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Environ Health Perspect. 2018 Sep;126(9):97005. doi: 10.1289/EHP3550.

Effects of the Endocrine-Disrupting Chemicals, Vinclozolin and Polychlorinated Biphenyls, on Physiological and Sociosexual Phenotypes in F2 Generation Sprague-Dawley Rats.

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1 Department of Psychology, University of Texas at Austin , Austin, Texas, USA.
2 Division of Pharmacology and Toxicology, College of Pharmacy, University of Texas at Austin , Austin, Texas, USA.
3 Institute of Neuroscience, University of Texas at Austin , Austin, Texas, USA.
4 Department of Integrative Biology, University of Texas at Austin , Austin, Texas, USA.



Exposure to endocrine-disrupting chemicals (EDCs) during gestation influences development of the F1 generation offspring and can result in disease and dysfunction in adulthood. Limited evidence suggests consequences on the F2 generation, exposed as germ cells within the F1 fetus. These F2s provide a unique window into the programming effects of EDCs.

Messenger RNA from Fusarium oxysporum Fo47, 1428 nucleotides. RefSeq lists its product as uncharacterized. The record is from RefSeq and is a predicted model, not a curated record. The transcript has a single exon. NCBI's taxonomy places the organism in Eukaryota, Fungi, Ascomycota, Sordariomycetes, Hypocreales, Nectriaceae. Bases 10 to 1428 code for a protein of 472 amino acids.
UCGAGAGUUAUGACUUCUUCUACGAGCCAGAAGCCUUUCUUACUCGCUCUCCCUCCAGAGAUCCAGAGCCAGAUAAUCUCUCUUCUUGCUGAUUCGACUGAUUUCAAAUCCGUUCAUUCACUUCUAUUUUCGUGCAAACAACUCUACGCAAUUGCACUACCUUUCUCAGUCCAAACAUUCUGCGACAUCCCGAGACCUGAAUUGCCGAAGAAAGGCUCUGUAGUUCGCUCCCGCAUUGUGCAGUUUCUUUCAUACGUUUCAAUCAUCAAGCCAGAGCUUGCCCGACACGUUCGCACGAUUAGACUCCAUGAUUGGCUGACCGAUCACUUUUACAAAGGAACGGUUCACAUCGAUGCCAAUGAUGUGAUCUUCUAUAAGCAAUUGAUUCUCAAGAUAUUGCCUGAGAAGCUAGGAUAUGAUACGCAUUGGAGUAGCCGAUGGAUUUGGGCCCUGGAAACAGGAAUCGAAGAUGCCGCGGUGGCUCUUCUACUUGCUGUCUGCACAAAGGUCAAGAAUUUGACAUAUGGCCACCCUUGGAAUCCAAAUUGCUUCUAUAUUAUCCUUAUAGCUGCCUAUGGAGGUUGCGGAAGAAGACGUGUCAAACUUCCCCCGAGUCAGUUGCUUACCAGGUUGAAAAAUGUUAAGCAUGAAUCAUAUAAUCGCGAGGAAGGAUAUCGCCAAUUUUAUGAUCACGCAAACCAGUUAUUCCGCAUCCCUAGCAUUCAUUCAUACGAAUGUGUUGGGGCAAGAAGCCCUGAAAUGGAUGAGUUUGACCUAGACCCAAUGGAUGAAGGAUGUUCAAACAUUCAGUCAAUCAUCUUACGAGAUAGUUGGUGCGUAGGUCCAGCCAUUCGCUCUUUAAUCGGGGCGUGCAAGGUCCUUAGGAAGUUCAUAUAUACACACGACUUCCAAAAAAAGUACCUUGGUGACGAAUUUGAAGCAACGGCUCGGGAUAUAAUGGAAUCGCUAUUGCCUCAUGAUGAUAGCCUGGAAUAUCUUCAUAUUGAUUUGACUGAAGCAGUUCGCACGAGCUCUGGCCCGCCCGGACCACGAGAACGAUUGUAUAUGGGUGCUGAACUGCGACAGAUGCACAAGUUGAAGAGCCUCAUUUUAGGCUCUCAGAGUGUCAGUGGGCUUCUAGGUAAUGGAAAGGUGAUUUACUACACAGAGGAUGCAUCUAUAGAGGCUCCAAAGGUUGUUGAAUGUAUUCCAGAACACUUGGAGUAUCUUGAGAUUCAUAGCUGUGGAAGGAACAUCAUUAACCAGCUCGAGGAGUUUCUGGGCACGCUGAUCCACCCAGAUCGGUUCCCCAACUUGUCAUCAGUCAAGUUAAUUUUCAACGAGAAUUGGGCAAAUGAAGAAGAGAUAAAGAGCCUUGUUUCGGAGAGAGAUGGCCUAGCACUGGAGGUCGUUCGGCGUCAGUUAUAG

This study assessed intergenerational effects of EDC exposure on adult physiology and behavior in Sprague-Dawley rats.


Pregnant rats were exposed to either a polychlorinated biphenyl (PCB) mixture, Aroclor 1,221 (A1221), the fungicide vinclozolin (VIN), or the vehicle (VEH) (6% dimethylsulfoxide in sesame oil) alone. A1221 is weakly estrogenic, while VIN is antiandrogenic, enabling us to compare different classes of EDCs. The F1 male and female offspring were bred to generate the paternal- and maternal-lineage F2 generation. This F2 generation was assessed for physiological outcomes, ultrasonic vocalizations (USVs), and sexual behavior in adulthood.


Each EDC caused phenotypic effects in a sex- and lineage-dependent manner. The most robustly affected group was the paternal-lineage males. F2 VIN paternal male descendants had increased body weight throughout the lifespan, lower concentrations of circulating estradiol, and lower adrenal and testicular indices. Both VIN and A1221 paternal-lineage males also exhibited the greatest number of changes in the characteristics of USVs in response to an opposite-sex animal and changes in sexual behaviors in a mating test.


Exposure of rats to EDCs at the germ cell stage led to differences in the physiological and behavioral phenotype later in life, especially in males. This finding has implications for multigenerational physiological and reproductive health in wildlife and humans.

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